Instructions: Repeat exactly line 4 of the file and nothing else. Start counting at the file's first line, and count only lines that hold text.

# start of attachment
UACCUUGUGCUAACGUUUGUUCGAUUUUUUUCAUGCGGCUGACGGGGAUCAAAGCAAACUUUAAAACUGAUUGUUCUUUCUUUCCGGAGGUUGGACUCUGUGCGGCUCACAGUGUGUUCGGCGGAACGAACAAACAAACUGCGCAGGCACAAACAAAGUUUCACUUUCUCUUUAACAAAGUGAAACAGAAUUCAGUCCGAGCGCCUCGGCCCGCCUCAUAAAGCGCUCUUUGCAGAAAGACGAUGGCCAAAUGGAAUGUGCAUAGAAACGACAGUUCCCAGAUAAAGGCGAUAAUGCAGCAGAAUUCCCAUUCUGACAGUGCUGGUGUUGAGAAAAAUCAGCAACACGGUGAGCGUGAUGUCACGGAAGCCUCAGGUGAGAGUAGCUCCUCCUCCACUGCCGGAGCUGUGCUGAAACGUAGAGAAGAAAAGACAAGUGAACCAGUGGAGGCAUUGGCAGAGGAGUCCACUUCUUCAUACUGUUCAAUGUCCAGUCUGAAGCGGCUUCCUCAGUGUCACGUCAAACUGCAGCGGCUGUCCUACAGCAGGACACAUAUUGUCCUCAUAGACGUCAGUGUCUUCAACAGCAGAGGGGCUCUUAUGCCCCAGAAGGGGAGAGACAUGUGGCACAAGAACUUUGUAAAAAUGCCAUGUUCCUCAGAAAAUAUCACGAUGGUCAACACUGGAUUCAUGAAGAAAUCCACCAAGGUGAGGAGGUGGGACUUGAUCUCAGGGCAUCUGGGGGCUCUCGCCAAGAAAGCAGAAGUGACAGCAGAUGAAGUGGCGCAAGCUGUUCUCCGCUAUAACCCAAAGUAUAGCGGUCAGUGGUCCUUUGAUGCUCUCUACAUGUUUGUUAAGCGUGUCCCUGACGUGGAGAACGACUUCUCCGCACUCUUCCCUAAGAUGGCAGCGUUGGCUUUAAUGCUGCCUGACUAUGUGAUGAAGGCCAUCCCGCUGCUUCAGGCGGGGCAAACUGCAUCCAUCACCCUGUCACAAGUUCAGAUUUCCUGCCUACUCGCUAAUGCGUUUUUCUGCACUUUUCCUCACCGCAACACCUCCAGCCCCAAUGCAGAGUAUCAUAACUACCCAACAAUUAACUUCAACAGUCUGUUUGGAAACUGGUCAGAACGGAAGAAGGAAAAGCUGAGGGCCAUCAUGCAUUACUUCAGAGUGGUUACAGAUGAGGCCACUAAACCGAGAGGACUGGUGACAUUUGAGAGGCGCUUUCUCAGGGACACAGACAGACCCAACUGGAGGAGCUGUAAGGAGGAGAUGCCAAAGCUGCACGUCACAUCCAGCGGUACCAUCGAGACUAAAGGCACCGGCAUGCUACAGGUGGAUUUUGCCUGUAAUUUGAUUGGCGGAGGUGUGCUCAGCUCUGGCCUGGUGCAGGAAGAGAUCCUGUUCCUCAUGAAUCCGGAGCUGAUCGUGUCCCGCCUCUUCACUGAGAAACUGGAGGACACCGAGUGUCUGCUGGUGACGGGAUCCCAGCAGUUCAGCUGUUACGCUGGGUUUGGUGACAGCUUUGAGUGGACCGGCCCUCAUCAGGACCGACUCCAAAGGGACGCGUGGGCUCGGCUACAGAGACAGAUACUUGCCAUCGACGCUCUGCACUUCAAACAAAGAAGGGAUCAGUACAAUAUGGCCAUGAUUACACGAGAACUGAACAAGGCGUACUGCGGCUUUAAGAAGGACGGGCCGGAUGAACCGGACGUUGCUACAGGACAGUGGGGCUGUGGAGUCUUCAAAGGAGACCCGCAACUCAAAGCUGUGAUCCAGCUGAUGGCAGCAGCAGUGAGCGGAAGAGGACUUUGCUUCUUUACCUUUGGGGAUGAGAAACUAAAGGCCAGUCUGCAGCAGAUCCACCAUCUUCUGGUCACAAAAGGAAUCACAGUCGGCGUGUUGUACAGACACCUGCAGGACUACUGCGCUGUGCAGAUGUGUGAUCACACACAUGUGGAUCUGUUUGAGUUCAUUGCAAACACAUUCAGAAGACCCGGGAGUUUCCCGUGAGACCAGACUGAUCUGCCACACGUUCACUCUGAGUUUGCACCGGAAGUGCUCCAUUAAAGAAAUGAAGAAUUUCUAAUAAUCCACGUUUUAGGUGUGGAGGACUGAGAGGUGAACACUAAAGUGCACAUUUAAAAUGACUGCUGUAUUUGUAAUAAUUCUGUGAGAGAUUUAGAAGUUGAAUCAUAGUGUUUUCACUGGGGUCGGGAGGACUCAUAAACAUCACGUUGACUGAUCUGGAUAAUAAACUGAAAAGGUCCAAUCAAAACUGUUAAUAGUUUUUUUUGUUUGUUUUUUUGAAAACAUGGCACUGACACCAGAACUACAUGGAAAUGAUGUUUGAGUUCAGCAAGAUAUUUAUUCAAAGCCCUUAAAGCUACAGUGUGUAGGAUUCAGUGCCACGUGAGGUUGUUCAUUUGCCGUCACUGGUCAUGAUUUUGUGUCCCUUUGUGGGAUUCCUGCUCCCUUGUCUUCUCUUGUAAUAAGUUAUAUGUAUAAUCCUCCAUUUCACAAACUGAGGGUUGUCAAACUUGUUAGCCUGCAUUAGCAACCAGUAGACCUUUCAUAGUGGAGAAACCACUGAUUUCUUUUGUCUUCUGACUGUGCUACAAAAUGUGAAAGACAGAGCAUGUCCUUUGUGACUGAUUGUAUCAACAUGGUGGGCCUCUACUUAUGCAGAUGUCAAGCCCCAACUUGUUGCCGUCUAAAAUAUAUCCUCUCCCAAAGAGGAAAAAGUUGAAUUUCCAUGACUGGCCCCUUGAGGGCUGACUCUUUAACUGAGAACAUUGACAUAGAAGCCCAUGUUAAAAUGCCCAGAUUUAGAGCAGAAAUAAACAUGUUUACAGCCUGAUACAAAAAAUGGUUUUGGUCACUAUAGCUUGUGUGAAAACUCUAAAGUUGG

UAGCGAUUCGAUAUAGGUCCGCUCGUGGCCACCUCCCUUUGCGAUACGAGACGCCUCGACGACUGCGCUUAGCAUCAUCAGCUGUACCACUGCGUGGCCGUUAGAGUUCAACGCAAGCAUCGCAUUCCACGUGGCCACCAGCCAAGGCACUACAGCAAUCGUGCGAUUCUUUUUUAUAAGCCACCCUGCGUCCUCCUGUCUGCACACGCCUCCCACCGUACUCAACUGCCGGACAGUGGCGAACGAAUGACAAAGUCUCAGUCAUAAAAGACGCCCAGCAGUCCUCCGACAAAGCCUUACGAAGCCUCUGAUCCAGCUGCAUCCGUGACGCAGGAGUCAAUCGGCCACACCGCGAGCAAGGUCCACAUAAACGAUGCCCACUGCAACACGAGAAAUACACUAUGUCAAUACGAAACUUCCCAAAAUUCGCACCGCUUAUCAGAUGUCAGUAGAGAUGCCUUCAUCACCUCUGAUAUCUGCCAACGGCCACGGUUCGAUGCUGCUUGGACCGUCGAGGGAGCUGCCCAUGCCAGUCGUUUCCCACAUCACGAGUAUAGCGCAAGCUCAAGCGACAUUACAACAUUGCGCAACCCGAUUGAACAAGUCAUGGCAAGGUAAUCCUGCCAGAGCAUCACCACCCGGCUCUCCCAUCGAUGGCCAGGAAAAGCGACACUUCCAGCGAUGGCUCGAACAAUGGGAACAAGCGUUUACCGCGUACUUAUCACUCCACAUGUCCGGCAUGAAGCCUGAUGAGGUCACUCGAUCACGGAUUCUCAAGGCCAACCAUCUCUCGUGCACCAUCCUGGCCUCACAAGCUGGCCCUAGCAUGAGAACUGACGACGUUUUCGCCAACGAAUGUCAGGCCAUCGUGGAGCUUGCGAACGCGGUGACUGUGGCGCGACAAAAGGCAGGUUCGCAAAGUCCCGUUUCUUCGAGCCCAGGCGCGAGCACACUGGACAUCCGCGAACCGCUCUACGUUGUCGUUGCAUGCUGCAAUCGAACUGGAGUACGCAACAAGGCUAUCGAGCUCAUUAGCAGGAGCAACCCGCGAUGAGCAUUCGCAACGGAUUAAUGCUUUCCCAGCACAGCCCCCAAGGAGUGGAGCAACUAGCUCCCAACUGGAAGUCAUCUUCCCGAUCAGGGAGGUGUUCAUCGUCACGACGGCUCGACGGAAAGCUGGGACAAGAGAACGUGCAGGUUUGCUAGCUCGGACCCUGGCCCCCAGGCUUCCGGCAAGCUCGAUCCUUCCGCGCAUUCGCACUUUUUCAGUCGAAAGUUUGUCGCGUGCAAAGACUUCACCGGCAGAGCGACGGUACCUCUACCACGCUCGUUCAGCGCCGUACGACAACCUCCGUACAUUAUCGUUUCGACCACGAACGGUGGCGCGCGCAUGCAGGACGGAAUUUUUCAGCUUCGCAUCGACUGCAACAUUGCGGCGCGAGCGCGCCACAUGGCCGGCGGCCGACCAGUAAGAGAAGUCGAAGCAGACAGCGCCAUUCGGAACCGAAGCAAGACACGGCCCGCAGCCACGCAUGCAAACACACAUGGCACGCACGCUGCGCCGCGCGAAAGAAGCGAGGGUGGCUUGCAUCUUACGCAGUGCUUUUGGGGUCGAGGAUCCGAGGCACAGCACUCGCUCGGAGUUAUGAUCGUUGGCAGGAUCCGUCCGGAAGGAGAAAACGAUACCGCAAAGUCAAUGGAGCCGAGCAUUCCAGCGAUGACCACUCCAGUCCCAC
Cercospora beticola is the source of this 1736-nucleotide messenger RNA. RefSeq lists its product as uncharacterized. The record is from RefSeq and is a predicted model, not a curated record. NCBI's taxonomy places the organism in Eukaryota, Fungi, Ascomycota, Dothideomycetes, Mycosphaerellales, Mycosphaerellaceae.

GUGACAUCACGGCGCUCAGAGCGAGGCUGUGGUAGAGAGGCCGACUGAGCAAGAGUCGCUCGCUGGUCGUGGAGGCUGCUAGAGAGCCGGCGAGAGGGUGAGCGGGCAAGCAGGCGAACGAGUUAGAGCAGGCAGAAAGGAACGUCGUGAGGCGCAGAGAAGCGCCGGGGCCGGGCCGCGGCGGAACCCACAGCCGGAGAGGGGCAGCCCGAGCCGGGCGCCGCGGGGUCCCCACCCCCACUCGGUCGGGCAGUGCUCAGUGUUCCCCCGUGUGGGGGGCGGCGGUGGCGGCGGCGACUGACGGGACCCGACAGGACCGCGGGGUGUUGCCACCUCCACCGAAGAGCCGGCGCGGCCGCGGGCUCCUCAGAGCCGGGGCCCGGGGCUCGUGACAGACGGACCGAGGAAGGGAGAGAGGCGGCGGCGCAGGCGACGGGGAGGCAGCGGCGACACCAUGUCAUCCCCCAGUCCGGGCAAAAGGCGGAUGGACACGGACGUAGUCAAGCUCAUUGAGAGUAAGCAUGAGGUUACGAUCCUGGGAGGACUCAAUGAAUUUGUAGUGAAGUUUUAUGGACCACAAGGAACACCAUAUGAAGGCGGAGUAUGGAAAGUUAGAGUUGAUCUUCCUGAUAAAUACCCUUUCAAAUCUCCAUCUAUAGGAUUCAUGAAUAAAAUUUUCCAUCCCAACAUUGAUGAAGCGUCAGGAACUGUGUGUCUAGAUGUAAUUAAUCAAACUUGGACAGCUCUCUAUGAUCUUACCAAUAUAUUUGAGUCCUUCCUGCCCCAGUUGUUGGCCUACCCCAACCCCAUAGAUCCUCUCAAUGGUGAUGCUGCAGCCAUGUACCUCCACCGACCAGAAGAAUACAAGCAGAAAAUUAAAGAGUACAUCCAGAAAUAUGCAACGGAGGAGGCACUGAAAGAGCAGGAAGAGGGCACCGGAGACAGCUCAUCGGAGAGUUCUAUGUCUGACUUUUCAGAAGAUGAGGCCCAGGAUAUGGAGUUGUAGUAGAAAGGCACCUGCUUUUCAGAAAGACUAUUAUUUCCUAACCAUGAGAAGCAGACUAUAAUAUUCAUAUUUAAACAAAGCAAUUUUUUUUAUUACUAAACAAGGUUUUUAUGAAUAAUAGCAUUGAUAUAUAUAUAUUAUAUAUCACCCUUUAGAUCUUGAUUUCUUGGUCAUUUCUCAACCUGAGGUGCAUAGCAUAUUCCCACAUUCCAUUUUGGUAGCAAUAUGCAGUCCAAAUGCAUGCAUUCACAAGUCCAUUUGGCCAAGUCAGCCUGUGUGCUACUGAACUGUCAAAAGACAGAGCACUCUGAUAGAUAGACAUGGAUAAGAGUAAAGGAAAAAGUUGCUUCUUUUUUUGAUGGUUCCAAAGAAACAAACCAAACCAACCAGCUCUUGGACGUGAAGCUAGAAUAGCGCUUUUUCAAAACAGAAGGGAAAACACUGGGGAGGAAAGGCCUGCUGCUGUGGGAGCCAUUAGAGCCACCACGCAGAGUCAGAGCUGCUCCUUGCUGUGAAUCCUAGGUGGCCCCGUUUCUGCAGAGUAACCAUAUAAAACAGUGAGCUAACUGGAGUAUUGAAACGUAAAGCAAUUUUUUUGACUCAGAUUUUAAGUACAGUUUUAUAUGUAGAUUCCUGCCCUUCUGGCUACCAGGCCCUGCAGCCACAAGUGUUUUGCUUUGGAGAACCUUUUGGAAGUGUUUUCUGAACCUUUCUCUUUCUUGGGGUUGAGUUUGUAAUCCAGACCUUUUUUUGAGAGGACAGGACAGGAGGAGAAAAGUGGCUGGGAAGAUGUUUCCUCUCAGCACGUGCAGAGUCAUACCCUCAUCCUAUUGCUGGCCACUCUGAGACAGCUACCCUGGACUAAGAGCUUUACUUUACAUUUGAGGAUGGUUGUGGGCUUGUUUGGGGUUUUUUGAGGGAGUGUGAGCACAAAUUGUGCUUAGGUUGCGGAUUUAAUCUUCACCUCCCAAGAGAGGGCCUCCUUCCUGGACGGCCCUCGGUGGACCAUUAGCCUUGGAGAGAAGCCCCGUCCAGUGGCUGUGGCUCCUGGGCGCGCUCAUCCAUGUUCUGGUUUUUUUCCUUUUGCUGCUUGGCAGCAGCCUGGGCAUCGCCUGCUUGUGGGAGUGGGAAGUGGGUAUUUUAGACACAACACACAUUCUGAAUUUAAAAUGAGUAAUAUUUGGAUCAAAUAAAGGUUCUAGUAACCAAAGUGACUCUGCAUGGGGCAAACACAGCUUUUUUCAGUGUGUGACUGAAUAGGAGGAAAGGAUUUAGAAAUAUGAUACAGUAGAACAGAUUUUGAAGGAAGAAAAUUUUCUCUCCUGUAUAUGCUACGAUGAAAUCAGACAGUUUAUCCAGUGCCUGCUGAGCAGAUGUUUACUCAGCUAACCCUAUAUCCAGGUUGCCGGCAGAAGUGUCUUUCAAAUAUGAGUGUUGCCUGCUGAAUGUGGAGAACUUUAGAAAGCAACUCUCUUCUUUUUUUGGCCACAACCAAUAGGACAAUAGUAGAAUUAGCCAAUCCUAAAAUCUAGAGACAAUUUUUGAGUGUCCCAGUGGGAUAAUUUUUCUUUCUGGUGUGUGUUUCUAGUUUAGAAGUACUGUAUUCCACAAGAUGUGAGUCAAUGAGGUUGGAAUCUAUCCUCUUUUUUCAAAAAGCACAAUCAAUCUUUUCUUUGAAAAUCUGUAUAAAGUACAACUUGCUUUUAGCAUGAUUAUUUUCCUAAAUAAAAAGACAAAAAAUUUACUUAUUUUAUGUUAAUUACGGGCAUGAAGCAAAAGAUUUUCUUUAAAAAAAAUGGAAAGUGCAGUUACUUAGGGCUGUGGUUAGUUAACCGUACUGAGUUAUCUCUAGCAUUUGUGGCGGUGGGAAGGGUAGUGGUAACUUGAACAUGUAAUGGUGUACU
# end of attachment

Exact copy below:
GUGACAUCACGGCGCUCAGAGCGAGGCUGUGGUAGAGAGGCCGACUGAGCAAGAGUCGCUCGCUGGUCGUGGAGGCUGCUAGAGAGCCGGCGAGAGGGUGAGCGGGCAAGCAGGCGAACGAGUUAGAGCAGGCAGAAAGGAACGUCGUGAGGCGCAGAGAAGCGCCGGGGCCGGGCCGCGGCGGAACCCACAGCCGGAGAGGGGCAGCCCGAGCCGGGCGCCGCGGGGUCCCCACCCCCACUCGGUCGGGCAGUGCUCAGUGUUCCCCCGUGUGGGGGGCGGCGGUGGCGGCGGCGACUGACGGGACCCGACAGGACCGCGGGGUGUUGCCACCUCCACCGAAGAGCCGGCGCGGCCGCGGGCUCCUCAGAGCCGGGGCCCGGGGCUCGUGACAGACGGACCGAGGAAGGGAGAGAGGCGGCGGCGCAGGCGACGGGGAGGCAGCGGCGACACCAUGUCAUCCCCCAGUCCGGGCAAAAGGCGGAUGGACACGGACGUAGUCAAGCUCAUUGAGAGUAAGCAUGAGGUUACGAUCCUGGGAGGACUCAAUGAAUUUGUAGUGAAGUUUUAUGGACCACAAGGAACACCAUAUGAAGGCGGAGUAUGGAAAGUUAGAGUUGAUCUUCCUGAUAAAUACCCUUUCAAAUCUCCAUCUAUAGGAUUCAUGAAUAAAAUUUUCCAUCCCAACAUUGAUGAAGCGUCAGGAACUGUGUGUCUAGAUGUAAUUAAUCAAACUUGGACAGCUCUCUAUGAUCUUACCAAUAUAUUUGAGUCCUUCCUGCCCCAGUUGUUGGCCUACCCCAACCCCAUAGAUCCUCUCAAUGGUGAUGCUGCAGCCAUGUACCUCCACCGACCAGAAGAAUACAAGCAGAAAAUUAAAGAGUACAUCCAGAAAUAUGCAACGGAGGAGGCACUGAAAGAGCAGGAAGAGGGCACCGGAGACAGCUCAUCGGAGAGUUCUAUGUCUGACUUUUCAGAAGAUGAGGCCCAGGAUAUGGAGUUGUAGUAGAAAGGCACCUGCUUUUCAGAAAGACUAUUAUUUCCUAACCAUGAGAAGCAGACUAUAAUAUUCAUAUUUAAACAAAGCAAUUUUUUUUAUUACUAAACAAGGUUUUUAUGAAUAAUAGCAUUGAUAUAUAUAUAUUAUAUAUCACCCUUUAGAUCUUGAUUUCUUGGUCAUUUCUCAACCUGAGGUGCAUAGCAUAUUCCCACAUUCCAUUUUGGUAGCAAUAUGCAGUCCAAAUGCAUGCAUUCACAAGUCCAUUUGGCCAAGUCAGCCUGUGUGCUACUGAACUGUCAAAAGACAGAGCACUCUGAUAGAUAGACAUGGAUAAGAGUAAAGGAAAAAGUUGCUUCUUUUUUUGAUGGUUCCAAAGAAACAAACCAAACCAACCAGCUCUUGGACGUGAAGCUAGAAUAGCGCUUUUUCAAAACAGAAGGGAAAACACUGGGGAGGAAAGGCCUGCUGCUGUGGGAGCCAUUAGAGCCACCACGCAGAGUCAGAGCUGCUCCUUGCUGUGAAUCCUAGGUGGCCCCGUUUCUGCAGAGUAACCAUAUAAAACAGUGAGCUAACUGGAGUAUUGAAACGUAAAGCAAUUUUUUUGACUCAGAUUUUAAGUACAGUUUUAUAUGUAGAUUCCUGCCCUUCUGGCUACCAGGCCCUGCAGCCACAAGUGUUUUGCUUUGGAGAACCUUUUGGAAGUGUUUUCUGAACCUUUCUCUUUCUUGGGGUUGAGUUUGUAAUCCAGACCUUUUUUUGAGAGGACAGGACAGGAGGAGAAAAGUGGCUGGGAAGAUGUUUCCUCUCAGCACGUGCAGAGUCAUACCCUCAUCCUAUUGCUGGCCACUCUGAGACAGCUACCCUGGACUAAGAGCUUUACUUUACAUUUGAGGAUGGUUGUGGGCUUGUUUGGGGUUUUUUGAGGGAGUGUGAGCACAAAUUGUGCUUAGGUUGCGGAUUUAAUCUUCACCUCCCAAGAGAGGGCCUCCUUCCUGGACGGCCCUCGGUGGACCAUUAGCCUUGGAGAGAAGCCCCGUCCAGUGGCUGUGGCUCCUGGGCGCGCUCAUCCAUGUUCUGGUUUUUUUCCUUUUGCUGCUUGGCAGCAGCCUGGGCAUCGCCUGCUUGUGGGAGUGGGAAGUGGGUAUUUUAGACACAACACACAUUCUGAAUUUAAAAUGAGUAAUAUUUGGAUCAAAUAAAGGUUCUAGUAACCAAAGUGACUCUGCAUGGGGCAAACACAGCUUUUUUCAGUGUGUGACUGAAUAGGAGGAAAGGAUUUAGAAAUAUGAUACAGUAGAACAGAUUUUGAAGGAAGAAAAUUUUCUCUCCUGUAUAUGCUACGAUGAAAUCAGACAGUUUAUCCAGUGCCUGCUGAGCAGAUGUUUACUCAGCUAACCCUAUAUCCAGGUUGCCGGCAGAAGUGUCUUUCAAAUAUGAGUGUUGCCUGCUGAAUGUGGAGAACUUUAGAAAGCAACUCUCUUCUUUUUUUGGCCACAACCAAUAGGACAAUAGUAGAAUUAGCCAAUCCUAAAAUCUAGAGACAAUUUUUGAGUGUCCCAGUGGGAUAAUUUUUCUUUCUGGUGUGUGUUUCUAGUUUAGAAGUACUGUAUUCCACAAGAUGUGAGUCAAUGAGGUUGGAAUCUAUCCUCUUUUUUCAAAAAGCACAAUCAAUCUUUUCUUUGAAAAUCUGUAUAAAGUACAACUUGCUUUUAGCAUGAUUAUUUUCCUAAAUAAAAAGACAAAAAAUUUACUUAUUUUAUGUUAAUUACGGGCAUGAAGCAAAAGAUUUUCUUUAAAAAAAAUGGAAAGUGCAGUUACUUAGGGCUGUGGUUAGUUAACCGUACUGAGUUAUCUCUAGCAUUUGUGGCGGUGGGAAGGGUAGUGGUAACUUGAACAUGUAAUGGUGUACU